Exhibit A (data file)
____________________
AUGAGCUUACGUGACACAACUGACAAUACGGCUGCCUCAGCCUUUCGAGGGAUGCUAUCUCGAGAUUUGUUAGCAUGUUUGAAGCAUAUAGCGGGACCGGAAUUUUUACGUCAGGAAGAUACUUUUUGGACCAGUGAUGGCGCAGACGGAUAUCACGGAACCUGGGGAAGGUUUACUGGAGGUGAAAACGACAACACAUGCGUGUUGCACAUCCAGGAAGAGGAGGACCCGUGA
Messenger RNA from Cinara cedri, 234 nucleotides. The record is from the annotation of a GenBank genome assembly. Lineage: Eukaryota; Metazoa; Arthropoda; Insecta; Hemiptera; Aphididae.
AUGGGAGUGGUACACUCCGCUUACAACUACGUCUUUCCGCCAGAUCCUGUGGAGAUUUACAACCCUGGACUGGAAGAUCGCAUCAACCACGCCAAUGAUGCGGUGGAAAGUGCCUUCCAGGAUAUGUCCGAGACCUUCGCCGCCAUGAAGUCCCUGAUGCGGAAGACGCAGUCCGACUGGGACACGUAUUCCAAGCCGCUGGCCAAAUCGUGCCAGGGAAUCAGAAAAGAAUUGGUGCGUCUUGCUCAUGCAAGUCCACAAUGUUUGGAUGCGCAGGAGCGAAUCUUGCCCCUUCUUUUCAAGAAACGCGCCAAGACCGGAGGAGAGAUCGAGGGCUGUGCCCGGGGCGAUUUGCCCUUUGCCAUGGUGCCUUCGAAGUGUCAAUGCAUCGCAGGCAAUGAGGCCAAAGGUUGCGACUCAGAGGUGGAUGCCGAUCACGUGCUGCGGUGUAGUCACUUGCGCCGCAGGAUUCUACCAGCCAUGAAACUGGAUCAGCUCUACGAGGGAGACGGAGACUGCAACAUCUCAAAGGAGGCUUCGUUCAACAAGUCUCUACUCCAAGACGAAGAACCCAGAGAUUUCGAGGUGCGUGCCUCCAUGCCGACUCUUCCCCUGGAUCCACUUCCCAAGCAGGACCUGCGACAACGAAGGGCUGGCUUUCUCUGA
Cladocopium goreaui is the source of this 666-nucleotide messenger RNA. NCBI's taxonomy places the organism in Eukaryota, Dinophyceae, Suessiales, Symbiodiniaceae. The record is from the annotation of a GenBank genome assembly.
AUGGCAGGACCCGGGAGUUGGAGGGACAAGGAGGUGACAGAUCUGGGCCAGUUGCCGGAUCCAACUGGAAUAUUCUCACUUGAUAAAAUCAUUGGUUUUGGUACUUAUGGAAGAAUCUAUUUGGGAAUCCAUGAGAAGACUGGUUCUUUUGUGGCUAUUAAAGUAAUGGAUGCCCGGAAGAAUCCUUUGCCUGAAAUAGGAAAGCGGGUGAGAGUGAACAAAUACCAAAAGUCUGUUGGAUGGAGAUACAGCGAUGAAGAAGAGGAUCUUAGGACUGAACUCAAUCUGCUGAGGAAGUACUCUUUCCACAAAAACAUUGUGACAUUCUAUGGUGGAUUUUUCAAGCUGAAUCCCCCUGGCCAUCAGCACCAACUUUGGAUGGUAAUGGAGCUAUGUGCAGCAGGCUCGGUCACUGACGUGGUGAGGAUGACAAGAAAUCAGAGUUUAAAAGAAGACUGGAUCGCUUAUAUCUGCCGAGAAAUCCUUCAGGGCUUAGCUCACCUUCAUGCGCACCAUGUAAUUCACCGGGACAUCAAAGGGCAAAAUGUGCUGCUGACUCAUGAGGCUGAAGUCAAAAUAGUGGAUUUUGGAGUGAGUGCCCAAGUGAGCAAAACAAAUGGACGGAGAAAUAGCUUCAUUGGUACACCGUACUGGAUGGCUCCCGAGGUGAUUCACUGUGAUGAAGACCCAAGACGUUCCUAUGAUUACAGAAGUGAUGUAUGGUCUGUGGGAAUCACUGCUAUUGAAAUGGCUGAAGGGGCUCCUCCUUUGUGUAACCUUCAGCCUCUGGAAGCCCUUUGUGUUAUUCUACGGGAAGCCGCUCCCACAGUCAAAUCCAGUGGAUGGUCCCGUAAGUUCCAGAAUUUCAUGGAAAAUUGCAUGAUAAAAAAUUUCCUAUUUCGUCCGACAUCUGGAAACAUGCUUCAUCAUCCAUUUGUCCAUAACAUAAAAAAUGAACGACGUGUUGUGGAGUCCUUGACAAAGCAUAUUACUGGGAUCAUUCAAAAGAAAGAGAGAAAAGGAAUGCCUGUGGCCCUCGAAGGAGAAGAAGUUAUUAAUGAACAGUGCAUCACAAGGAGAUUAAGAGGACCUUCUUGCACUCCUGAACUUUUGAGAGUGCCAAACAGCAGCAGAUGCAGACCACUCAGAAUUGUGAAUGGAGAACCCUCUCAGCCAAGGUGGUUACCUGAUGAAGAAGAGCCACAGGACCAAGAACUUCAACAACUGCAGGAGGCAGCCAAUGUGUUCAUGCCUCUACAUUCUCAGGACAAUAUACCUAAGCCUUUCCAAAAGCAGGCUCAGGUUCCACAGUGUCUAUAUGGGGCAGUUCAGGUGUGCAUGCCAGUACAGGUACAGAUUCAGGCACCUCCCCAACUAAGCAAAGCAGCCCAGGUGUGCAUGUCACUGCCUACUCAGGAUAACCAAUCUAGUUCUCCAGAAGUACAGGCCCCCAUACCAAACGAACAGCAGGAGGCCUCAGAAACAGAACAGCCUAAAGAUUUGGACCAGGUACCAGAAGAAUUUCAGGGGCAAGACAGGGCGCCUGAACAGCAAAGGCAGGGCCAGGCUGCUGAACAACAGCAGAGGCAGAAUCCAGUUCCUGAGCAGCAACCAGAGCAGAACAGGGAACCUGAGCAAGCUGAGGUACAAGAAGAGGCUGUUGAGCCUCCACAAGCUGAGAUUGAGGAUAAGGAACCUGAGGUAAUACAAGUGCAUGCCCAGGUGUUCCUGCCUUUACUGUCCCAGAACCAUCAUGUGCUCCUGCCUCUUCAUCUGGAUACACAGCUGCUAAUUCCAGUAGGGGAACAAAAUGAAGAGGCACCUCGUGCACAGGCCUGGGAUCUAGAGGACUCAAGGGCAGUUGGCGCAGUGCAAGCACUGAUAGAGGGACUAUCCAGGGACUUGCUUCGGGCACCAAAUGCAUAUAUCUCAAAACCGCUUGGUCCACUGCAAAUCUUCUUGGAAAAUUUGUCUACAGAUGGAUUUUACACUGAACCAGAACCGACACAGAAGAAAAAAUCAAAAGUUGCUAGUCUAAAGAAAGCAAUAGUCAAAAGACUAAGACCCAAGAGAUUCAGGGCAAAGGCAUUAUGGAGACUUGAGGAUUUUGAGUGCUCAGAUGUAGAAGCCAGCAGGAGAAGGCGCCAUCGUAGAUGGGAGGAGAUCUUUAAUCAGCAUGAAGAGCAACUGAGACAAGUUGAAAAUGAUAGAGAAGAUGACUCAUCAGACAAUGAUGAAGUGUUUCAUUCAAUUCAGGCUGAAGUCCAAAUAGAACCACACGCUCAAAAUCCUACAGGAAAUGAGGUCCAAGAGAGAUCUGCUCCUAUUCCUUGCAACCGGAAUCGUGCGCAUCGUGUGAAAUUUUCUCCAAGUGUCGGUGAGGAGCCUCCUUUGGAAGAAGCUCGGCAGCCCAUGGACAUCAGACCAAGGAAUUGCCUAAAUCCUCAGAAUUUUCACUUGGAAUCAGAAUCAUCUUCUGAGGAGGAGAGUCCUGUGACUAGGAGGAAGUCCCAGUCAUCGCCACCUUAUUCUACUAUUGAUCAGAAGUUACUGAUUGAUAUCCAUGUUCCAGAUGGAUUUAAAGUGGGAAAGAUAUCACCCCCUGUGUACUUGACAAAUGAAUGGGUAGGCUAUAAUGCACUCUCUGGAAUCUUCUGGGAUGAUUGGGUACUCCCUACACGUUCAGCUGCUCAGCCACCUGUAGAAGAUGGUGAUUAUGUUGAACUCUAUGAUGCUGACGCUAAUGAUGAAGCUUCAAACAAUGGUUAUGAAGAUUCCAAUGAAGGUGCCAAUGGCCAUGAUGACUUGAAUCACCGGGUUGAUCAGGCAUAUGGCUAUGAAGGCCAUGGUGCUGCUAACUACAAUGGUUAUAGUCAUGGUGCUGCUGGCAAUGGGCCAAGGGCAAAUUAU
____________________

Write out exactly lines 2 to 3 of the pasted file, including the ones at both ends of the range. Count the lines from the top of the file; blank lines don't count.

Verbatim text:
Messenger RNA from Cinara cedri, 234 nucleotides. The record is from the annotation of a GenBank genome assembly. Lineage: Eukaryota; Metazoa; Arthropoda; Insecta; Hemiptera; Aphididae.
AUGGGAGUGGUACACUCCGCUUACAACUACGUCUUUCCGCCAGAUCCUGUGGAGAUUUACAACCCUGGACUGGAAGAUCGCAUCAACCACGCCAAUGAUGCGGUGGAAAGUGCCUUCCAGGAUAUGUCCGAGACCUUCGCCGCCAUGAAGUCCCUGAUGCGGAAGACGCAGUCCGACUGGGACACGUAUUCCAAGCCGCUGGCCAAAUCGUGCCAGGGAAUCAGAAAAGAAUUGGUGCGUCUUGCUCAUGCAAGUCCACAAUGUUUGGAUGCGCAGGAGCGAAUCUUGCCCCUUCUUUUCAAGAAACGCGCCAAGACCGGAGGAGAGAUCGAGGGCUGUGCCCGGGGCGAUUUGCCCUUUGCCAUGGUGCCUUCGAAGUGUCAAUGCAUCGCAGGCAAUGAGGCCAAAGGUUGCGACUCAGAGGUGGAUGCCGAUCACGUGCUGCGGUGUAGUCACUUGCGCCGCAGGAUUCUACCAGCCAUGAAACUGGAUCAGCUCUACGAGGGAGACGGAGACUGCAACAUCUCAAAGGAGGCUUCGUUCAACAAGUCUCUACUCCAAGACGAAGAACCCAGAGAUUUCGAGGUGCGUGCCUCCAUGCCGACUCUUCCCCUGGAUCCACUUCCCAAGCAGGACCUGCGACAACGAAGGGCUGGCUUUCUCUGA